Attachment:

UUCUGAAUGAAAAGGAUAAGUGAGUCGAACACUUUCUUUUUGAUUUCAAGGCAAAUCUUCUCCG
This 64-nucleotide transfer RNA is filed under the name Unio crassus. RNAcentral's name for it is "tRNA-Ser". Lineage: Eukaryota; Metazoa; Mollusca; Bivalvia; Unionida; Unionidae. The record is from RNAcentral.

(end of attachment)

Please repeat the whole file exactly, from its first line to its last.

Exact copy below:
UUCUGAAUGAAAAGGAUAAGUGAGUCGAACACUUUCUUUUUGAUUUCAAGGCAAAUCUUCUCCG
This 64-nucleotide transfer RNA is filed under the name Unio crassus. RNAcentral's name for it is "tRNA-Ser". Lineage: Eukaryota; Metazoa; Mollusca; Bivalvia; Unionida; Unionidae. The record is from RNAcentral.